Much of self-efficacy in modern life comes to us second hand, not from what we do for ourselves but that is done for us or enabled by others. We turn the key in the ignition, back the car out of the drive, and go to the store. We may have a sense of self-efficacy as we drive the car from one place to another, but when the car for some reason won't start, and we lack the means to fix it, anger can arise in equal measure to the sense of lack of control over one's life. A flat tire is a larger matter to one who does not know how to change a tire.
According to Wikipedia,
"Understanding how to foster the development of self-efficacy is important for policymakers, educators, and others in leadership positions, and to anyone seeking to build a happier, more productive life."
Some of us choose to become craftsmen for the simple sake of self-efficacy. When one holds a chisel in the left hand, it being well trained through experience in the grip, angle of blade and position of cut, and the other hand holding a mallet, it being well versed in the amount of force to apply, a sense of self-efficacy is present in action, and is drawn forth as a result, strike by simple strike, from the first skilled cut to the final result.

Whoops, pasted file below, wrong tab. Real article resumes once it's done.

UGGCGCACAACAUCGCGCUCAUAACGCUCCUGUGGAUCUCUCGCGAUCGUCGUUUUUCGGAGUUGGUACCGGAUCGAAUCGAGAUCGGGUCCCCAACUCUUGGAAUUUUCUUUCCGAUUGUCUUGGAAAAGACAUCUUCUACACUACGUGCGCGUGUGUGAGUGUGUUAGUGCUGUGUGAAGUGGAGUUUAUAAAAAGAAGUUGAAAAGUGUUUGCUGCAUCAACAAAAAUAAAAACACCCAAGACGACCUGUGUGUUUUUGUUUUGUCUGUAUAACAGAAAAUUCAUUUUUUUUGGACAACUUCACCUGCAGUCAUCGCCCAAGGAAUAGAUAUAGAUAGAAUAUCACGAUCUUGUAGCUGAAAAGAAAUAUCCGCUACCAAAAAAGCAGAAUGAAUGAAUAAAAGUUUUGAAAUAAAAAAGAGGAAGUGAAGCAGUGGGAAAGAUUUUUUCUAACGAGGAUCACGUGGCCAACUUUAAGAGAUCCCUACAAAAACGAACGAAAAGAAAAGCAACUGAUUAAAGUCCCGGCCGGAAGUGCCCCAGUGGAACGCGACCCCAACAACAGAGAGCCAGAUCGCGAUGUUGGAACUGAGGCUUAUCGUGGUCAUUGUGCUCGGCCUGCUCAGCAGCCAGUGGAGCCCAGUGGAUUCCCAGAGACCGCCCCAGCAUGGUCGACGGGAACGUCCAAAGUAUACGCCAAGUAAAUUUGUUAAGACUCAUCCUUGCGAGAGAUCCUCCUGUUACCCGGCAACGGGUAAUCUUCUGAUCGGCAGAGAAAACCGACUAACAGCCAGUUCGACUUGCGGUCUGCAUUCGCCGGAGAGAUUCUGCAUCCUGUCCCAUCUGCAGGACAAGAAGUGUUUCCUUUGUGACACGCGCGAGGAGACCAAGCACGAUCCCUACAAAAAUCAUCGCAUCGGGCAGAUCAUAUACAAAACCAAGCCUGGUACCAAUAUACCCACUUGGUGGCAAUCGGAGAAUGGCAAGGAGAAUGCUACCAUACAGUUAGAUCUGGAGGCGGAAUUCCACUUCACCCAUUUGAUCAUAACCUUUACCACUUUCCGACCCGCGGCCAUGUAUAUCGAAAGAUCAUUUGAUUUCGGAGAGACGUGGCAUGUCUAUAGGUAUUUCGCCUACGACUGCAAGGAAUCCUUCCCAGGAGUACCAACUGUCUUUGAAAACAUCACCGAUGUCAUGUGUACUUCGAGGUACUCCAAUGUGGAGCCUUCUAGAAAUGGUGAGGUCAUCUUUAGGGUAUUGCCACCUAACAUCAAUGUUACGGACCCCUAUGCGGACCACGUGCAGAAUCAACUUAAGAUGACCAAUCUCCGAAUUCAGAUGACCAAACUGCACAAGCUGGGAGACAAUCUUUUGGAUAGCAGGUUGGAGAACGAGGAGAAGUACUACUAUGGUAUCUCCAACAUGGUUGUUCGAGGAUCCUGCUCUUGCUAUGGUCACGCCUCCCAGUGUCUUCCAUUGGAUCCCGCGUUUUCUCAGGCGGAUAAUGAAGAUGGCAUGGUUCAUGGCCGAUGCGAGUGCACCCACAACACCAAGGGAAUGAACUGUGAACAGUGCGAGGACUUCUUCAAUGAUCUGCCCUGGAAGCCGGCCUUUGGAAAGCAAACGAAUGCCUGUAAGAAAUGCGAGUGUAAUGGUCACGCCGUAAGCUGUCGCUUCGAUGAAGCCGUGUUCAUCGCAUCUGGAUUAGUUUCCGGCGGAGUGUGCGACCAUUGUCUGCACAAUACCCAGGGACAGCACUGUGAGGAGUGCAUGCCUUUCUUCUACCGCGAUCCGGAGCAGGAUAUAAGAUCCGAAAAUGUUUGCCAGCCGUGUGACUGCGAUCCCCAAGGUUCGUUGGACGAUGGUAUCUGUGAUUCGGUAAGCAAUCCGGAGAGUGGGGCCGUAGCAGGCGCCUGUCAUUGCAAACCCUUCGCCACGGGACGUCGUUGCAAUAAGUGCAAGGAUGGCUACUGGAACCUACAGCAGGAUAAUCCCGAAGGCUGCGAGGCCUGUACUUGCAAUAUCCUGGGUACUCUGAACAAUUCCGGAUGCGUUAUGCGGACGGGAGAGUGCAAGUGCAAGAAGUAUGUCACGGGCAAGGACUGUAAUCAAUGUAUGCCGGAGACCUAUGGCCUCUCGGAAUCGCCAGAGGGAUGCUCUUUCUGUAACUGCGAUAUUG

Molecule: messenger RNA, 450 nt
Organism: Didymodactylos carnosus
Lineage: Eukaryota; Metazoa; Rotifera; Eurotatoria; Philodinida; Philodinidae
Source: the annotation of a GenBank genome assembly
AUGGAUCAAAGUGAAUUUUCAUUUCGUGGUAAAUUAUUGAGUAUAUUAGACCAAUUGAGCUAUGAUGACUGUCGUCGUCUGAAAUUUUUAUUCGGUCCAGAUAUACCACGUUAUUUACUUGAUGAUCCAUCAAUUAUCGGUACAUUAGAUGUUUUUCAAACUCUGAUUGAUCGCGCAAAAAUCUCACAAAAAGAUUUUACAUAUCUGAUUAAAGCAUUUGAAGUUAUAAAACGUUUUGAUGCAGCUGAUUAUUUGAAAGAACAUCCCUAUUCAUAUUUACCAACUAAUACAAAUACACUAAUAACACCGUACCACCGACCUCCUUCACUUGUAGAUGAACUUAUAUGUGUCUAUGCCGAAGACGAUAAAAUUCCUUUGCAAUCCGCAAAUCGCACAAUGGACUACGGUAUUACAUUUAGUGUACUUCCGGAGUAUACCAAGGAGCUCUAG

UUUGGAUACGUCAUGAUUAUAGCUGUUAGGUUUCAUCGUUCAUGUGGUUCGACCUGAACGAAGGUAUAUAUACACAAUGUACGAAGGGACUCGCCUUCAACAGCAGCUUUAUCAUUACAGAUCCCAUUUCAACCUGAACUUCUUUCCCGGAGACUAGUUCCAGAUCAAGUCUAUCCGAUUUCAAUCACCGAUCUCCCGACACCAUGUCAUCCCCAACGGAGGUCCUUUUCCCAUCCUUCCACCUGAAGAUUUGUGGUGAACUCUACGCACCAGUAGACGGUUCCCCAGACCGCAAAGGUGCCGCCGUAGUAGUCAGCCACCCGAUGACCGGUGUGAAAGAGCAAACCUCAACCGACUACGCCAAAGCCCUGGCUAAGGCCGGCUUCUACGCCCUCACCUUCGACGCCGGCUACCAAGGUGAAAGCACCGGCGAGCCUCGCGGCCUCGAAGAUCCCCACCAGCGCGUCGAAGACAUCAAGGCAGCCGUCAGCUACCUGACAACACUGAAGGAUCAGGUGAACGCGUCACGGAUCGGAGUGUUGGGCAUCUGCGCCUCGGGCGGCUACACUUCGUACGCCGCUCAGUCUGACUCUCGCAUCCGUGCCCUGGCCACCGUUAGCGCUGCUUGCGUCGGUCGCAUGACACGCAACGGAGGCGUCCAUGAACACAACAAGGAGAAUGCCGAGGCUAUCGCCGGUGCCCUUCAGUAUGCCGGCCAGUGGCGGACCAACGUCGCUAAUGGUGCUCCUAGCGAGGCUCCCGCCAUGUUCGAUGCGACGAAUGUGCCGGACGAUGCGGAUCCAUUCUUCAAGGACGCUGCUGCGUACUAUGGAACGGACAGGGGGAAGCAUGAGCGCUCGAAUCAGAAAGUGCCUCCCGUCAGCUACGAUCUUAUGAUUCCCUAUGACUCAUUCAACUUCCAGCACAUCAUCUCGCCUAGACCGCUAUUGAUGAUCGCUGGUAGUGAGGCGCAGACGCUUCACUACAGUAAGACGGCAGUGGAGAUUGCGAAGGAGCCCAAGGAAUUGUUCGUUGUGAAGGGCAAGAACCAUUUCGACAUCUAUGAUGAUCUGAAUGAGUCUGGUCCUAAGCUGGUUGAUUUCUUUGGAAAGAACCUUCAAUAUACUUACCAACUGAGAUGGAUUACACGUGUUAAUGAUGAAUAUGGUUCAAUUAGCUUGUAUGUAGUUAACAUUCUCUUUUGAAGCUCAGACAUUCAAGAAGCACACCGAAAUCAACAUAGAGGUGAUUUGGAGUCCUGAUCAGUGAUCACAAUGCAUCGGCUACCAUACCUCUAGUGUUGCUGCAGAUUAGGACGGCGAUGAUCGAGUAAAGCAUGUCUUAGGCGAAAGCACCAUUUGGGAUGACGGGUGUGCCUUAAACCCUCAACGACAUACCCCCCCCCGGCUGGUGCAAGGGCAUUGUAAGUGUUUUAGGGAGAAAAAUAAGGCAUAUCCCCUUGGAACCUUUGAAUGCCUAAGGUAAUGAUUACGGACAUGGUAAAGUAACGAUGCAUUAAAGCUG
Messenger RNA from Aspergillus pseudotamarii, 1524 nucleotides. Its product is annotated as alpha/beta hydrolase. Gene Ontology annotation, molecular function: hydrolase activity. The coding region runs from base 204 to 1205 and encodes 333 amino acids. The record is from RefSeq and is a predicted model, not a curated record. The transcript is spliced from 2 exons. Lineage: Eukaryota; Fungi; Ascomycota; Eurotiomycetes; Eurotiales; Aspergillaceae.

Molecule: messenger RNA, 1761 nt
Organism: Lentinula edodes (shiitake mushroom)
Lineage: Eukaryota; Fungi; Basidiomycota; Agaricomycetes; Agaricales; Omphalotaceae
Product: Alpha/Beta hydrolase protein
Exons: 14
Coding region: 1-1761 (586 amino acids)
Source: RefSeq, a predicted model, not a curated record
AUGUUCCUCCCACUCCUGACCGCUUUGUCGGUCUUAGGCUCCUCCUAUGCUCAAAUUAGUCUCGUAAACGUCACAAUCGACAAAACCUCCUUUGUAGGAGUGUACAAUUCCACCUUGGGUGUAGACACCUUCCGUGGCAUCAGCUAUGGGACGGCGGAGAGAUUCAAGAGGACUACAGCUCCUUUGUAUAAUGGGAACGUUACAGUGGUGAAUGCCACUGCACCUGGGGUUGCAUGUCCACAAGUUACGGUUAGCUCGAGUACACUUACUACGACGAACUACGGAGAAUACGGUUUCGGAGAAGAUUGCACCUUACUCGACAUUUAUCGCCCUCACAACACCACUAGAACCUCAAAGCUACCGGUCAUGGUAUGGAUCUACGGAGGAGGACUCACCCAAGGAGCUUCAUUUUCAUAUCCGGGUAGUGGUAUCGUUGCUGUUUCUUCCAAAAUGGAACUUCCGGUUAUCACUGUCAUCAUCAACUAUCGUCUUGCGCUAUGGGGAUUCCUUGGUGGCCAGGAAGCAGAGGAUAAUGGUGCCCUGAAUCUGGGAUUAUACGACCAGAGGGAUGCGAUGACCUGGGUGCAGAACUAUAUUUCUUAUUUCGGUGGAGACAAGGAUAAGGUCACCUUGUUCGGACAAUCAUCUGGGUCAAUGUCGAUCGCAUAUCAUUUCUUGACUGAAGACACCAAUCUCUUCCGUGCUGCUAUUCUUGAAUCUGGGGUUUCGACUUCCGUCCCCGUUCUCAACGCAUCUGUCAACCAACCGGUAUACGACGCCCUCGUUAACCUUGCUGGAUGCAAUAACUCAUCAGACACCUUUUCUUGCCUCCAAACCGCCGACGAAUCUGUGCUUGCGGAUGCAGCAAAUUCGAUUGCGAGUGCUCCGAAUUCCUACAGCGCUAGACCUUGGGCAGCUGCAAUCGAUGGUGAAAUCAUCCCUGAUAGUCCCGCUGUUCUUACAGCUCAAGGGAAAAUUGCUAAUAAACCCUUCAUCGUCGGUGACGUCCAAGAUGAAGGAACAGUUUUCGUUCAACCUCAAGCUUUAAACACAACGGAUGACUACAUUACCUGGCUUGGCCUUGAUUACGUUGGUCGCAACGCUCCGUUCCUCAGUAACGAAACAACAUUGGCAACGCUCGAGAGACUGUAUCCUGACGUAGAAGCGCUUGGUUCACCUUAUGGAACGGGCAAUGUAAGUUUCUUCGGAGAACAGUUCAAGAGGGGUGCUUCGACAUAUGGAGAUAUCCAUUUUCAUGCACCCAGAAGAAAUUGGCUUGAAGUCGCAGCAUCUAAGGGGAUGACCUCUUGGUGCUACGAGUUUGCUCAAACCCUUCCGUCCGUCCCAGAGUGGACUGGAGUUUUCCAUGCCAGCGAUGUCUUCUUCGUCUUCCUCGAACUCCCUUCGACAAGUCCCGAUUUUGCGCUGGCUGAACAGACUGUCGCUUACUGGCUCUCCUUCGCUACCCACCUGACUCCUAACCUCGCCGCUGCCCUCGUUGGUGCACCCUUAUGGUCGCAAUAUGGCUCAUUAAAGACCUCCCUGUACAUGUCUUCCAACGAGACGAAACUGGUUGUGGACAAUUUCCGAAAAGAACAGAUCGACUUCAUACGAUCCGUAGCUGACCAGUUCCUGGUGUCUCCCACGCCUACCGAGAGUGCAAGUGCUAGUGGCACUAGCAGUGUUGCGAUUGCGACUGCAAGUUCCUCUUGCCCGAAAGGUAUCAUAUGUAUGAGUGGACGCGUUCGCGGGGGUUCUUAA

One can see the simple human dilemma... Either we find a sense of self-efficacy through our own actions or through the efforts we make toward the control of others. It may explain why some of those nations where people must work hard to survive are among the happiest on Earth. It is a rather sad situation in one sense. As we have vast political forces aligned in ideological and political struggle, what our world really needs most is for each individual to be able to draw upon the most natural source of self-efficacy, that of crafting something of integrity and useful beauty through the use of skilled hands... Thus taking matters and learning into our own hands.
On a similar track, I got a call from Richard Burman who is working on a documentary about the hands. He was wanting some descriptive text about the relationship between the hands and science. These days nearly everything in science is described in terms of margin of error and statistical significance, which largely takes science away from the masses and places it firmly in the control of an academic, statistics obsessed minority. It is the same with education. And yet, it must become known that the arts, crafts and science go hand in hand. You cannot successfully whittle a stick without making a scientific hypothesis and engaging the hand, eye and mind in scientific observation. That we fail as a nation to understand this leaves us dumb as a post, no dumber. At the least the post, firmly rooted in the earth knows which way's up.
Make, fix and create...